It’s only been because of trying my best to be honest, and because I’ve been using secondary drugs, that I’ve been able to stay clear of the alcohol these last 34 years. And, even with the use of all these secondary drugs, sobriety has meant a lot, a lot, of stress and pain for me. I know you already know this. But now, as if this is possible, things are getting even hotter. I have no way to run away from my demons now. The only weapons I have left in my arsenal are… begging for God’s help (and He is helping me – vigorously) … and resorting to brutal honesty. This is why I’m writing this e-mail. I am being this brutal because, at this point, I have no other choice. I can’t use or drink. It’s just not possible.

Up to now, I’ve always thought that, in AA, I’ve been an outsider looking in. No one comes up to me after meetings to talk to me. I’ve always had to go up to them. No one, except Angie (who was only using me to get her kids back) has ever asked me to sponsor them. I don’t know why I’ve even kept going to AA for all these years. They don’t want what I have, and I don’t want what they have. Actually, I really belong in the group that dies of alcoholism, not in the group that gets sober. The one’s that die… those are my people. But somehow I managed to squeak through to sobriety, although I’m truly baffled has to how this happened. Did God gave me a good constitution? Was it because He gave me enough strength stand up under a lot of stress? Was it because He made me able to be honest about my weaknesses and insanities? I’m baffled. Why did He choose to give these qualities to me and not to someone else.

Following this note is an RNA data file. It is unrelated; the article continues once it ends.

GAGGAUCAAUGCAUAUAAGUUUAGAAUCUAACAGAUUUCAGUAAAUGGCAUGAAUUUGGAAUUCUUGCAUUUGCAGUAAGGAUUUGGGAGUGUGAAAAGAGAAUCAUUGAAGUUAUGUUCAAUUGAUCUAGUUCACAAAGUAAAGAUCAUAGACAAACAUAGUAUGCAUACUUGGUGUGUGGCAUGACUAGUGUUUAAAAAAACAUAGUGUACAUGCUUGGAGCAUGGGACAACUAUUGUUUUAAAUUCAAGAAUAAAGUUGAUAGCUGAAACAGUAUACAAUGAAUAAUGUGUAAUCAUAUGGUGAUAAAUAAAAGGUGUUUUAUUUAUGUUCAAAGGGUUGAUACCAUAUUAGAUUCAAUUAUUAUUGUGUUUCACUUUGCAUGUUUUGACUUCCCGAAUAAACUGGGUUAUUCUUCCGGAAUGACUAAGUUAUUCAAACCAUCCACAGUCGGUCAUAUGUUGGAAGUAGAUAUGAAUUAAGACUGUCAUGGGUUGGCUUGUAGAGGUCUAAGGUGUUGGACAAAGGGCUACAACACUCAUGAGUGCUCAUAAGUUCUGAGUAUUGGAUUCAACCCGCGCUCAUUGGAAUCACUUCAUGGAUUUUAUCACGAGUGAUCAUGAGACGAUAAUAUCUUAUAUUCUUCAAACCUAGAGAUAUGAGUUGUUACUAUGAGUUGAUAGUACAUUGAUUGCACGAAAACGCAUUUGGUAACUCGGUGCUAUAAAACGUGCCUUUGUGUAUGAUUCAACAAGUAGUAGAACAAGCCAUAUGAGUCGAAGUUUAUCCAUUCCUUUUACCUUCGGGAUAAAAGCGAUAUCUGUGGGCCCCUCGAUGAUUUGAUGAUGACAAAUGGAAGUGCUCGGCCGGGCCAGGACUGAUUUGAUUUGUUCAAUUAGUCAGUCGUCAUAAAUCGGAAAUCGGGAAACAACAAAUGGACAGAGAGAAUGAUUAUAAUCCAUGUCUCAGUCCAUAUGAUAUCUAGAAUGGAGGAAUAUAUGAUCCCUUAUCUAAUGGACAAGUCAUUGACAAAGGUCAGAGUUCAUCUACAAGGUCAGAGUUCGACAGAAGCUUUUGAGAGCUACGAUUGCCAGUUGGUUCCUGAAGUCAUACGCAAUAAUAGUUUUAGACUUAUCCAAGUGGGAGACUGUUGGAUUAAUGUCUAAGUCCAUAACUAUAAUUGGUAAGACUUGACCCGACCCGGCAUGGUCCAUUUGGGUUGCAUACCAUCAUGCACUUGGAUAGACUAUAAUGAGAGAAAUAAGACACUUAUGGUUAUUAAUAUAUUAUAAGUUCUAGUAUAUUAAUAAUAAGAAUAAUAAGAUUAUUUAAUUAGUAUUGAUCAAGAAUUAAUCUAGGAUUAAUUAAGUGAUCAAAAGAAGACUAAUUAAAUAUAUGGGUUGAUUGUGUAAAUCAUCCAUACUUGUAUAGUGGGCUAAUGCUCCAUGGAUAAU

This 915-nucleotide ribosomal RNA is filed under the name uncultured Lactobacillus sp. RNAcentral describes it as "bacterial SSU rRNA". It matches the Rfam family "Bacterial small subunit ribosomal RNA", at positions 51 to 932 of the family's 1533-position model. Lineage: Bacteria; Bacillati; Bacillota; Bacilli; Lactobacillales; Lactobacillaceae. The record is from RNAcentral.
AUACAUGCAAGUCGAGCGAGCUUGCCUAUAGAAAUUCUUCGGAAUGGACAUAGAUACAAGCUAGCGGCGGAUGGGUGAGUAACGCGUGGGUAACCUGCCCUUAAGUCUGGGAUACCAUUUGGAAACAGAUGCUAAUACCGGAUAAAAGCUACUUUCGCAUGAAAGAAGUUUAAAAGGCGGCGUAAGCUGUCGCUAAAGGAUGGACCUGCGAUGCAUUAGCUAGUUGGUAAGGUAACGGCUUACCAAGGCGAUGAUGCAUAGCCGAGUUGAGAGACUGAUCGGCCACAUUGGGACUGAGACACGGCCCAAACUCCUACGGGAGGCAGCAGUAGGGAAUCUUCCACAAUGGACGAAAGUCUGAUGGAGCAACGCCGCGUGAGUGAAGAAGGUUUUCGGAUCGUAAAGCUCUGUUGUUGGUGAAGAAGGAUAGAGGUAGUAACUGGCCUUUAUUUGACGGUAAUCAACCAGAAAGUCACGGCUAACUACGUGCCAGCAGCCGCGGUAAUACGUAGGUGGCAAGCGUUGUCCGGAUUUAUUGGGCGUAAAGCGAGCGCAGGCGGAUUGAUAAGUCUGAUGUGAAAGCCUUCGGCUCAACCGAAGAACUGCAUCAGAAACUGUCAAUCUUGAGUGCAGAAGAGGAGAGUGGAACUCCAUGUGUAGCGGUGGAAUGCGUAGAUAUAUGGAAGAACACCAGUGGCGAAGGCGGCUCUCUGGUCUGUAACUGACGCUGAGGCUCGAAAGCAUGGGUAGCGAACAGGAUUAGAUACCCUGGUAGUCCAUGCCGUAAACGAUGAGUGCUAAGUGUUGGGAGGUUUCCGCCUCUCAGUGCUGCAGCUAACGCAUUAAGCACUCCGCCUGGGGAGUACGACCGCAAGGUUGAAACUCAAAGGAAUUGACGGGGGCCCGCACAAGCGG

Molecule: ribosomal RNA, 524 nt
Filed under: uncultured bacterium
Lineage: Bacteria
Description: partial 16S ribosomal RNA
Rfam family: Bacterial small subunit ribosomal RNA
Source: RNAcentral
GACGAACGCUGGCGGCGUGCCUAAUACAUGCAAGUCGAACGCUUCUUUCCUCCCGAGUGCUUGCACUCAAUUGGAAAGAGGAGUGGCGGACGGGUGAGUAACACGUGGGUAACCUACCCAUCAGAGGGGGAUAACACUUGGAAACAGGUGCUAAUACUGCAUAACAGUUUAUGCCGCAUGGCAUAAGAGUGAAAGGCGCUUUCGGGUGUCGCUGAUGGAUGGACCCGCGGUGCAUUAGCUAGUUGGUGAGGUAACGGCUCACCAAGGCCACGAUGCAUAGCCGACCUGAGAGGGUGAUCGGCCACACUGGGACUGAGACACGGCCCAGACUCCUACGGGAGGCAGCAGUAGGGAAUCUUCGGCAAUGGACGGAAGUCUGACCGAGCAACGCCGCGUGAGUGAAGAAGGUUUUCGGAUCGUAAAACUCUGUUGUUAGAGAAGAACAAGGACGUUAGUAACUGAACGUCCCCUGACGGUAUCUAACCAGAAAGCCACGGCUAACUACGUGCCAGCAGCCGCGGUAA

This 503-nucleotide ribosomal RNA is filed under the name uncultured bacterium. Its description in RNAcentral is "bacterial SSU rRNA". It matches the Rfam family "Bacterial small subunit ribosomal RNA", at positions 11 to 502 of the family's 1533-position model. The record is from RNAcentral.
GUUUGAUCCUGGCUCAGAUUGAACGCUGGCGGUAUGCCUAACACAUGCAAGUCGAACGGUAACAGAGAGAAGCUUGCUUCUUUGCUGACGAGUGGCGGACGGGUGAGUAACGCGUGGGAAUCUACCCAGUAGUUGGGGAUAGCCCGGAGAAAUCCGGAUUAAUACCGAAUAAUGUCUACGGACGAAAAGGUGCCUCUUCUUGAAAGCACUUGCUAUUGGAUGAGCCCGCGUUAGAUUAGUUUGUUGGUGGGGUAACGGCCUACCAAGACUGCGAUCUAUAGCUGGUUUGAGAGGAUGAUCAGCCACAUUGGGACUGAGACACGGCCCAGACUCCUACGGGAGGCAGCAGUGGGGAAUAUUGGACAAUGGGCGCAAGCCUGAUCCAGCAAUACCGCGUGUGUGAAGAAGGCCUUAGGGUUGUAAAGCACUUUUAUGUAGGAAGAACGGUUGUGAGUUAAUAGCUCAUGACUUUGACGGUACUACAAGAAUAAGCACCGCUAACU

But now that I’ve completely stopped running to other addictions or obsessions, I think I might have a purpose in AA after all, though I don’t really know if I’m right about this. Only time will tell if these sneaking suspicions (of having some purpose in AA), are correct or not. But I think I might be useful to those who come to the program that are so damaged, they just can’t get and stay sober the way your ‘supposed to’. For those who’s only capacity to understand the program, is in their ability to get and stay… honest.

“There are those too, who suffer grave emotional and mental disorders but many of them do recover, if they have the capacity to be honest.”
(Alcoholics Anonymous ‘Big Book’, page: 58)